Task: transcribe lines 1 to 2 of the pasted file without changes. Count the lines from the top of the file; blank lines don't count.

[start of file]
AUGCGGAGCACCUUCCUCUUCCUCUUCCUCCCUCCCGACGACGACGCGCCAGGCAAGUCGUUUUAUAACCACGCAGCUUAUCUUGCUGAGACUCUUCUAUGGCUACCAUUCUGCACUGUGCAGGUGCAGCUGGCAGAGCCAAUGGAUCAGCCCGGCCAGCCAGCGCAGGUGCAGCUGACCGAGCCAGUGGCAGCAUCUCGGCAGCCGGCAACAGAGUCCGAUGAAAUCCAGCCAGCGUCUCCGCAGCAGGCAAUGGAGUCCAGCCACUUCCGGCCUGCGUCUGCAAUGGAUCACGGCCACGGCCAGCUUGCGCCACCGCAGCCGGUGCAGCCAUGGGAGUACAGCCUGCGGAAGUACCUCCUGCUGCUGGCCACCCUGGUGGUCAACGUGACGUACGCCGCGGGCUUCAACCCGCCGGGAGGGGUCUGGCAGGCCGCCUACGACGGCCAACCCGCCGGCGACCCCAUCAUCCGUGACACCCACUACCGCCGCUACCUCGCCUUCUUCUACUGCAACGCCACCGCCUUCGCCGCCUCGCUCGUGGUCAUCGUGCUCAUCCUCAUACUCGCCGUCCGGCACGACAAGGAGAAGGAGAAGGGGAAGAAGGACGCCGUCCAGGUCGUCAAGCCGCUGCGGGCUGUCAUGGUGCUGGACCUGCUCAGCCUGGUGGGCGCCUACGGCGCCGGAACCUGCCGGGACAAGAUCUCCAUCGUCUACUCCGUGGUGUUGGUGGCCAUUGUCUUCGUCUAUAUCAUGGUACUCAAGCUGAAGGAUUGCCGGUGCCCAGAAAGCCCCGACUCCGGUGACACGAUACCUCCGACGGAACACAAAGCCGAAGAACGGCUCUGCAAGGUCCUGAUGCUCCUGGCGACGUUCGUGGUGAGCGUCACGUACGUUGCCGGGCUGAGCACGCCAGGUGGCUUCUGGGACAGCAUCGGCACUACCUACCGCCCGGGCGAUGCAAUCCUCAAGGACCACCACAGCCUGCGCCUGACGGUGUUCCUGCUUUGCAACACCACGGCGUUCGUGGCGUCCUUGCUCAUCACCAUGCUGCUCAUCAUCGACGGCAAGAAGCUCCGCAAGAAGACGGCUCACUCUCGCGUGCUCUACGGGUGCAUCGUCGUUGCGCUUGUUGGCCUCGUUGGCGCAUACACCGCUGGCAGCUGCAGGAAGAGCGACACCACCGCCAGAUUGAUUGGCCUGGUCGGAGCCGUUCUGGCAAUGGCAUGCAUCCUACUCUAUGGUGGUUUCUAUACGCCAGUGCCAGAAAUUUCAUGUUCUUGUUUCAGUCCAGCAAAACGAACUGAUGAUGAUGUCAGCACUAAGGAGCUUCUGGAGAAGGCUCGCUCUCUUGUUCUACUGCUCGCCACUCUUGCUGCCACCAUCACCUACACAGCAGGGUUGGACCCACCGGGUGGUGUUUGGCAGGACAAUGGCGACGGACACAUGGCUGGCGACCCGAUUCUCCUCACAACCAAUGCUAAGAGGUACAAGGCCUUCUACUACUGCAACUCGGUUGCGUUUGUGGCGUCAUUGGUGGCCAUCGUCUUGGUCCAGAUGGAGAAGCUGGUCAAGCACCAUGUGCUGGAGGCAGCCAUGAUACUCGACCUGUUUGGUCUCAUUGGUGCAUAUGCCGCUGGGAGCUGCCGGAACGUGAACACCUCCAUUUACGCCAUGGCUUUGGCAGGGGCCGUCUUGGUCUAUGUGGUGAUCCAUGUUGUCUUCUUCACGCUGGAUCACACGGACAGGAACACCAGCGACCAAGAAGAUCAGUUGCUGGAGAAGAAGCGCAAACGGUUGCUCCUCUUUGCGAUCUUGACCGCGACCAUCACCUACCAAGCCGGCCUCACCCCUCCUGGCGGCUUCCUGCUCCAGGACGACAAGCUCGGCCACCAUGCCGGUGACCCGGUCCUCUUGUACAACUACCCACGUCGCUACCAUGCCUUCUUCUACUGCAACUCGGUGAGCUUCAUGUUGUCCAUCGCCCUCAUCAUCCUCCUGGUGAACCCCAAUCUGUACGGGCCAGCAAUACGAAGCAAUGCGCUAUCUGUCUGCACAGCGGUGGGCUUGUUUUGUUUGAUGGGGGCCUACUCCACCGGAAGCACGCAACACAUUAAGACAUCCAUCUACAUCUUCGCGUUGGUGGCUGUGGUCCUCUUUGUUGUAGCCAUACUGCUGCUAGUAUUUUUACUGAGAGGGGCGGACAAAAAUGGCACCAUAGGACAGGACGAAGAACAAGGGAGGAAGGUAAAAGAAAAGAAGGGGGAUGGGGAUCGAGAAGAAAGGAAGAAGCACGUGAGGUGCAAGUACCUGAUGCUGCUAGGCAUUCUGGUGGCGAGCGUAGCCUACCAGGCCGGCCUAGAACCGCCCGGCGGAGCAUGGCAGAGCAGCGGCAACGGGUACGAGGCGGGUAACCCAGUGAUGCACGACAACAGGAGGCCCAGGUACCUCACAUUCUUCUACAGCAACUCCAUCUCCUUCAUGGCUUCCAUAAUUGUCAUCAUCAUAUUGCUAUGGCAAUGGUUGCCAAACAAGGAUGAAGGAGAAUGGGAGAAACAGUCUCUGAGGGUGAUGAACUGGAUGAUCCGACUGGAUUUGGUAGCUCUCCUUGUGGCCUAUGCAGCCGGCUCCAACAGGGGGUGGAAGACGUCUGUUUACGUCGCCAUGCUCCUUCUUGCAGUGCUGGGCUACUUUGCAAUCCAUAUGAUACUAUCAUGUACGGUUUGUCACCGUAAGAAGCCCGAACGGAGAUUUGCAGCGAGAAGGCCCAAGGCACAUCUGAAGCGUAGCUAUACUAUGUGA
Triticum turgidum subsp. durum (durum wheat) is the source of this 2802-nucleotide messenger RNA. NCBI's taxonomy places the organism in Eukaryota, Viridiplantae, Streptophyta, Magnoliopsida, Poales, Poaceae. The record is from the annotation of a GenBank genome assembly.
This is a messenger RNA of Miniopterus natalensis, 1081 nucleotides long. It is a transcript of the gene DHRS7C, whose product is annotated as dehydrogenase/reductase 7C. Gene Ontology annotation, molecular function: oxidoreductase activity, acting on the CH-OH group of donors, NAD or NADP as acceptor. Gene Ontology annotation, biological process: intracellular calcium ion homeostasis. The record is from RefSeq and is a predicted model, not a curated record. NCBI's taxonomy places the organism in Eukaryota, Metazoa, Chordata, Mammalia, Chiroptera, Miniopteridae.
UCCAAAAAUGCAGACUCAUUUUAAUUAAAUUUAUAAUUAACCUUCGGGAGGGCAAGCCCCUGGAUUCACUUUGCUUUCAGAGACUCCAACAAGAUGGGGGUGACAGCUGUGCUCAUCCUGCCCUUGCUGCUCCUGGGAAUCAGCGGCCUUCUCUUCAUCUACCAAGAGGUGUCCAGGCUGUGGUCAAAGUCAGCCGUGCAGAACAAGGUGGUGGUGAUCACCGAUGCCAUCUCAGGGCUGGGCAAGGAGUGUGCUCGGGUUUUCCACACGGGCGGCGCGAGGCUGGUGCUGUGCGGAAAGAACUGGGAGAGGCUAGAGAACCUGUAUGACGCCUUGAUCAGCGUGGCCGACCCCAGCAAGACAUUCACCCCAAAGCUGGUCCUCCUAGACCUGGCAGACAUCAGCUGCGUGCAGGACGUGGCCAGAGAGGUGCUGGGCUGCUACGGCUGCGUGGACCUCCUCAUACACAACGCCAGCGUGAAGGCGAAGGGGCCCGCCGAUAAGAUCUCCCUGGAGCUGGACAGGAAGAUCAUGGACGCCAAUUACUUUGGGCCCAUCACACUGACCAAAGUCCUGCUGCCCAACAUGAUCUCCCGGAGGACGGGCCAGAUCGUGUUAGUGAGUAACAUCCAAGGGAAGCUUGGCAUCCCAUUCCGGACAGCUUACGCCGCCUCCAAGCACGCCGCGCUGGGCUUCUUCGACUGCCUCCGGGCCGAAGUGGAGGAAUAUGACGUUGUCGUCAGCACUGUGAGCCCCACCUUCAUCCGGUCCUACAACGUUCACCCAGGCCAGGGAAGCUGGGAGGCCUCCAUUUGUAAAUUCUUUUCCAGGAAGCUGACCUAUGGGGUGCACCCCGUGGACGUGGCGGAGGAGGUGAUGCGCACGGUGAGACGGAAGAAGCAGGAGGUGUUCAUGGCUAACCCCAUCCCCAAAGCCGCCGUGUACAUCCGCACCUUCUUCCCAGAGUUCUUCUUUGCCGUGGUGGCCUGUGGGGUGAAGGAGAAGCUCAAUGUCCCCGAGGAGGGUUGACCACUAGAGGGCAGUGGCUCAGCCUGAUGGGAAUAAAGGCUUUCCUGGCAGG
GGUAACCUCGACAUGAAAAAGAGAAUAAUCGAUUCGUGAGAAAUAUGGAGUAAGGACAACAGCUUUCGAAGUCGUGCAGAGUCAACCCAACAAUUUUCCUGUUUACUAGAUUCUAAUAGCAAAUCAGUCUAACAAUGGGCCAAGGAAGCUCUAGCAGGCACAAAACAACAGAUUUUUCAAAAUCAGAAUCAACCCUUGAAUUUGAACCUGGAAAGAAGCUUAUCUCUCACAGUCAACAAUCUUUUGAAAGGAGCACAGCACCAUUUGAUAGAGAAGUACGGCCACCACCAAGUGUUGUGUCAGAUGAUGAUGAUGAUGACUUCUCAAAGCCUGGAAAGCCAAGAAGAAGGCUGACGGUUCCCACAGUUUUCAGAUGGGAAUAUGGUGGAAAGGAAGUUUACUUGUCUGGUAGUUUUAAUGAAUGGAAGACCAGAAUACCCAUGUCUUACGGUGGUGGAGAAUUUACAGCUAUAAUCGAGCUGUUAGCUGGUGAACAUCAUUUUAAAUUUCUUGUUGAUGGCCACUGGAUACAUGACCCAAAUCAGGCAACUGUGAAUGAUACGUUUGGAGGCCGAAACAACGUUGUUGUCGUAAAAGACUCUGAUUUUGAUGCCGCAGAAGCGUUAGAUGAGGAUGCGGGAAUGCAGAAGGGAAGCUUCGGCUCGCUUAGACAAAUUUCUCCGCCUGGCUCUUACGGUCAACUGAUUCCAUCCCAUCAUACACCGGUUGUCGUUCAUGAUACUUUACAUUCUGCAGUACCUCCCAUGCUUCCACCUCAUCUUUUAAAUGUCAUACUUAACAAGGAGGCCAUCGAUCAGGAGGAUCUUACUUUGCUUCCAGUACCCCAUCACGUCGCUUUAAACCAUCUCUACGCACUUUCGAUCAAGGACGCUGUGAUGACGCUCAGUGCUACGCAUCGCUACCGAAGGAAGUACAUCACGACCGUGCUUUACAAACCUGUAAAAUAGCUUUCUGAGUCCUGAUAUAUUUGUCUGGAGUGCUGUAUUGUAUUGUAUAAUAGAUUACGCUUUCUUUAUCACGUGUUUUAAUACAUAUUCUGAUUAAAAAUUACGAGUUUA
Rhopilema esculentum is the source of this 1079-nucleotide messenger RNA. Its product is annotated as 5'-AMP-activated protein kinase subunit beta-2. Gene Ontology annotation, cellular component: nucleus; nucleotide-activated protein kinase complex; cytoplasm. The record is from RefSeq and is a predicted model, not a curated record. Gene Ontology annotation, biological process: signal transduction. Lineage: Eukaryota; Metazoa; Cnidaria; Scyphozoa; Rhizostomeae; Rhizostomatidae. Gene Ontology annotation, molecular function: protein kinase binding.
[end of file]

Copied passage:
AUGCGGAGCACCUUCCUCUUCCUCUUCCUCCCUCCCGACGACGACGCGCCAGGCAAGUCGUUUUAUAACCACGCAGCUUAUCUUGCUGAGACUCUUCUAUGGCUACCAUUCUGCACUGUGCAGGUGCAGCUGGCAGAGCCAAUGGAUCAGCCCGGCCAGCCAGCGCAGGUGCAGCUGACCGAGCCAGUGGCAGCAUCUCGGCAGCCGGCAACAGAGUCCGAUGAAAUCCAGCCAGCGUCUCCGCAGCAGGCAAUGGAGUCCAGCCACUUCCGGCCUGCGUCUGCAAUGGAUCACGGCCACGGCCAGCUUGCGCCACCGCAGCCGGUGCAGCCAUGGGAGUACAGCCUGCGGAAGUACCUCCUGCUGCUGGCCACCCUGGUGGUCAACGUGACGUACGCCGCGGGCUUCAACCCGCCGGGAGGGGUCUGGCAGGCCGCCUACGACGGCCAACCCGCCGGCGACCCCAUCAUCCGUGACACCCACUACCGCCGCUACCUCGCCUUCUUCUACUGCAACGCCACCGCCUUCGCCGCCUCGCUCGUGGUCAUCGUGCUCAUCCUCAUACUCGCCGUCCGGCACGACAAGGAGAAGGAGAAGGGGAAGAAGGACGCCGUCCAGGUCGUCAAGCCGCUGCGGGCUGUCAUGGUGCUGGACCUGCUCAGCCUGGUGGGCGCCUACGGCGCCGGAACCUGCCGGGACAAGAUCUCCAUCGUCUACUCCGUGGUGUUGGUGGCCAUUGUCUUCGUCUAUAUCAUGGUACUCAAGCUGAAGGAUUGCCGGUGCCCAGAAAGCCCCGACUCCGGUGACACGAUACCUCCGACGGAACACAAAGCCGAAGAACGGCUCUGCAAGGUCCUGAUGCUCCUGGCGACGUUCGUGGUGAGCGUCACGUACGUUGCCGGGCUGAGCACGCCAGGUGGCUUCUGGGACAGCAUCGGCACUACCUACCGCCCGGGCGAUGCAAUCCUCAAGGACCACCACAGCCUGCGCCUGACGGUGUUCCUGCUUUGCAACACCACGGCGUUCGUGGCGUCCUUGCUCAUCACCAUGCUGCUCAUCAUCGACGGCAAGAAGCUCCGCAAGAAGACGGCUCACUCUCGCGUGCUCUACGGGUGCAUCGUCGUUGCGCUUGUUGGCCUCGUUGGCGCAUACACCGCUGGCAGCUGCAGGAAGAGCGACACCACCGCCAGAUUGAUUGGCCUGGUCGGAGCCGUUCUGGCAAUGGCAUGCAUCCUACUCUAUGGUGGUUUCUAUACGCCAGUGCCAGAAAUUUCAUGUUCUUGUUUCAGUCCAGCAAAACGAACUGAUGAUGAUGUCAGCACUAAGGAGCUUCUGGAGAAGGCUCGCUCUCUUGUUCUACUGCUCGCCACUCUUGCUGCCACCAUCACCUACACAGCAGGGUUGGACCCACCGGGUGGUGUUUGGCAGGACAAUGGCGACGGACACAUGGCUGGCGACCCGAUUCUCCUCACAACCAAUGCUAAGAGGUACAAGGCCUUCUACUACUGCAACUCGGUUGCGUUUGUGGCGUCAUUGGUGGCCAUCGUCUUGGUCCAGAUGGAGAAGCUGGUCAAGCACCAUGUGCUGGAGGCAGCCAUGAUACUCGACCUGUUUGGUCUCAUUGGUGCAUAUGCCGCUGGGAGCUGCCGGAACGUGAACACCUCCAUUUACGCCAUGGCUUUGGCAGGGGCCGUCUUGGUCUAUGUGGUGAUCCAUGUUGUCUUCUUCACGCUGGAUCACACGGACAGGAACACCAGCGACCAAGAAGAUCAGUUGCUGGAGAAGAAGCGCAAACGGUUGCUCCUCUUUGCGAUCUUGACCGCGACCAUCACCUACCAAGCCGGCCUCACCCCUCCUGGCGGCUUCCUGCUCCAGGACGACAAGCUCGGCCACCAUGCCGGUGACCCGGUCCUCUUGUACAACUACCCACGUCGCUACCAUGCCUUCUUCUACUGCAACUCGGUGAGCUUCAUGUUGUCCAUCGCCCUCAUCAUCCUCCUGGUGAACCCCAAUCUGUACGGGCCAGCAAUACGAAGCAAUGCGCUAUCUGUCUGCACAGCGGUGGGCUUGUUUUGUUUGAUGGGGGCCUACUCCACCGGAAGCACGCAACACAUUAAGACAUCCAUCUACAUCUUCGCGUUGGUGGCUGUGGUCCUCUUUGUUGUAGCCAUACUGCUGCUAGUAUUUUUACUGAGAGGGGCGGACAAAAAUGGCACCAUAGGACAGGACGAAGAACAAGGGAGGAAGGUAAAAGAAAAGAAGGGGGAUGGGGAUCGAGAAGAAAGGAAGAAGCACGUGAGGUGCAAGUACCUGAUGCUGCUAGGCAUUCUGGUGGCGAGCGUAGCCUACCAGGCCGGCCUAGAACCGCCCGGCGGAGCAUGGCAGAGCAGCGGCAACGGGUACGAGGCGGGUAACCCAGUGAUGCACGACAACAGGAGGCCCAGGUACCUCACAUUCUUCUACAGCAACUCCAUCUCCUUCAUGGCUUCCAUAAUUGUCAUCAUCAUAUUGCUAUGGCAAUGGUUGCCAAACAAGGAUGAAGGAGAAUGGGAGAAACAGUCUCUGAGGGUGAUGAACUGGAUGAUCCGACUGGAUUUGGUAGCUCUCCUUGUGGCCUAUGCAGCCGGCUCCAACAGGGGGUGGAAGACGUCUGUUUACGUCGCCAUGCUCCUUCUUGCAGUGCUGGGCUACUUUGCAAUCCAUAUGAUACUAUCAUGUACGGUUUGUCACCGUAAGAAGCCCGAACGGAGAUUUGCAGCGAGAAGGCCCAAGGCACAUCUGAAGCGUAGCUAUACUAUGUGA
Triticum turgidum subsp. durum (durum wheat) is the source of this 2802-nucleotide messenger RNA. NCBI's taxonomy places the organism in Eukaryota, Viridiplantae, Streptophyta, Magnoliopsida, Poales, Poaceae. The record is from the annotation of a GenBank genome assembly.